In 1992 Jorge Durand, a social anthropologist and geographer at Mexico’s University of Guadalajara, coordinated a series of in-depth interviews with Mexican migrants who had experienced the hard journey to the United States. One of these migrants, a man named Aurelio, crossed the US border dozens of times, only to be captured and sent home by US authorities on every single occasion. “El Norte es como el mar,” he told his interviewer. “The north is like the sea.” He went on to explain, “When I hear people speak [of the United States], I am quickly made to think of the ocean…. When one travels as an illegal, he is dragged like the tail of an animal, like trash. I imagined how the sea washes trash onto the shore, and I told myself, maybe here it’s just like I’m in the ocean, being tossed out again and again.”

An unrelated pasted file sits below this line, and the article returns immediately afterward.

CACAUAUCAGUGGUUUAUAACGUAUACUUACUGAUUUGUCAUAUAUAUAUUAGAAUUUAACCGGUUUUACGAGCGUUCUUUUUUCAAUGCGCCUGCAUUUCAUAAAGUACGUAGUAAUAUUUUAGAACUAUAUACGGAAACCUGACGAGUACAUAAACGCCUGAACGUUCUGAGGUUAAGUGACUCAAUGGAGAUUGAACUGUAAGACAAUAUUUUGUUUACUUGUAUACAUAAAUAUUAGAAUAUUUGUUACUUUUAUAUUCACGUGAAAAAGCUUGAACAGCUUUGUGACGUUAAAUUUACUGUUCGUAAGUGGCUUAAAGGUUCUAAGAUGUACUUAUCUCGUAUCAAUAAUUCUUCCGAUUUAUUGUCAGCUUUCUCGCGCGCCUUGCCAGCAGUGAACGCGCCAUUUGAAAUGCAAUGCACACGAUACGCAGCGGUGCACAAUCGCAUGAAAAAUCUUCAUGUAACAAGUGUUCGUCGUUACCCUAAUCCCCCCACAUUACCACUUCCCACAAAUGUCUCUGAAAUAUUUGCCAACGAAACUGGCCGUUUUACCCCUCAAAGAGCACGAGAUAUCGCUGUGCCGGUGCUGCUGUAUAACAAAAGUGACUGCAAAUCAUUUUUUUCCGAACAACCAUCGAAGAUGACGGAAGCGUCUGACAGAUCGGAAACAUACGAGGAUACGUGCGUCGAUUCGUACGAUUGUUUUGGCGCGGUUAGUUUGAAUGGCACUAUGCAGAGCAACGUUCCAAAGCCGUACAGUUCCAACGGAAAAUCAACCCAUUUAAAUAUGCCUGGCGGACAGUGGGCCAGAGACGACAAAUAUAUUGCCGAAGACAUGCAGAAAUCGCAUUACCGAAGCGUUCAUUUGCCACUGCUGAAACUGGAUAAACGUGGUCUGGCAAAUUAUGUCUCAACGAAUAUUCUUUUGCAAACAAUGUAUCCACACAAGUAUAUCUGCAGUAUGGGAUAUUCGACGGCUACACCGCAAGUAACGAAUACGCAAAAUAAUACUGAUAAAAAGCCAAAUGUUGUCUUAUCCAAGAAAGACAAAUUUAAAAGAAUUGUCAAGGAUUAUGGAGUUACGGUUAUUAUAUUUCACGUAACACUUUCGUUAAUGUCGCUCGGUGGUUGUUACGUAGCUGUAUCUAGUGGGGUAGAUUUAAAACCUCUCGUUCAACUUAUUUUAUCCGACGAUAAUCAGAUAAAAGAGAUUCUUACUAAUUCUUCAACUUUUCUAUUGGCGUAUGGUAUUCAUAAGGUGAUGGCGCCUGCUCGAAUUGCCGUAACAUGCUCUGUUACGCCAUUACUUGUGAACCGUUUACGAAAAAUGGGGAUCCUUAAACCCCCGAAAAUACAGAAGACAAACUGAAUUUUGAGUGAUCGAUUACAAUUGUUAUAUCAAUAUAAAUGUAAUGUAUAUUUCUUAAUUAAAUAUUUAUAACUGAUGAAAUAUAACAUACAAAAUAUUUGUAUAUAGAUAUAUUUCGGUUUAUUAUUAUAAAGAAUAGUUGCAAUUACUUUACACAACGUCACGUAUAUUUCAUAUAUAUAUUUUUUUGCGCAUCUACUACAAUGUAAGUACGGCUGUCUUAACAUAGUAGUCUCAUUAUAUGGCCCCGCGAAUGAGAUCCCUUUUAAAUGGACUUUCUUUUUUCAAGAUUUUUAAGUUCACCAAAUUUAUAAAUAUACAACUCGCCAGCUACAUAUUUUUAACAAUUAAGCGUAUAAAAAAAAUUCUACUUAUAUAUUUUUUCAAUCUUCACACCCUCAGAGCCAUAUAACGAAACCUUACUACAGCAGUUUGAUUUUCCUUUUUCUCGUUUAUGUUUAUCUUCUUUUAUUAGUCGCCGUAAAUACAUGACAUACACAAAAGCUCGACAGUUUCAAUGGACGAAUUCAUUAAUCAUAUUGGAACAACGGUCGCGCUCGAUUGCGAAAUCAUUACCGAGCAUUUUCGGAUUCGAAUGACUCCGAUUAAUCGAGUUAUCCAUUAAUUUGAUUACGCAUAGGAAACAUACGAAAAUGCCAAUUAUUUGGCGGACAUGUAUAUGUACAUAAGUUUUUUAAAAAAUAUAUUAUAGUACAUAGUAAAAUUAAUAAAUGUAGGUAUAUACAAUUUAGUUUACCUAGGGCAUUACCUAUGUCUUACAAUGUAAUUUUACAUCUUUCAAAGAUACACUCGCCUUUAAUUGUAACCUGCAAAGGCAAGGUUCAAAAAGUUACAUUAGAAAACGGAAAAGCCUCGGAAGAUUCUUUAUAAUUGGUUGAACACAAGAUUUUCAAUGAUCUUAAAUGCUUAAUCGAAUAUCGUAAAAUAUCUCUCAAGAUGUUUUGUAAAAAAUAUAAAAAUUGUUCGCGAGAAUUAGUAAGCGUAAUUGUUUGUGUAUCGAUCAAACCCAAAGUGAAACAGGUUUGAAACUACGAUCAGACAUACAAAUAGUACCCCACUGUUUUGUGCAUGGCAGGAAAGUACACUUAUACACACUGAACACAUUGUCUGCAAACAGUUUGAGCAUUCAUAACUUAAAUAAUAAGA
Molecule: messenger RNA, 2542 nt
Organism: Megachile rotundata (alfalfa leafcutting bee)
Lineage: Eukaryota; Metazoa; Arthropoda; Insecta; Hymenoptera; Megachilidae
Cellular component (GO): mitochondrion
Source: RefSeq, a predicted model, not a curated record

Francisco Cantú, "Has Any One of Us Wept." New York Review of Books, Dec. 2018.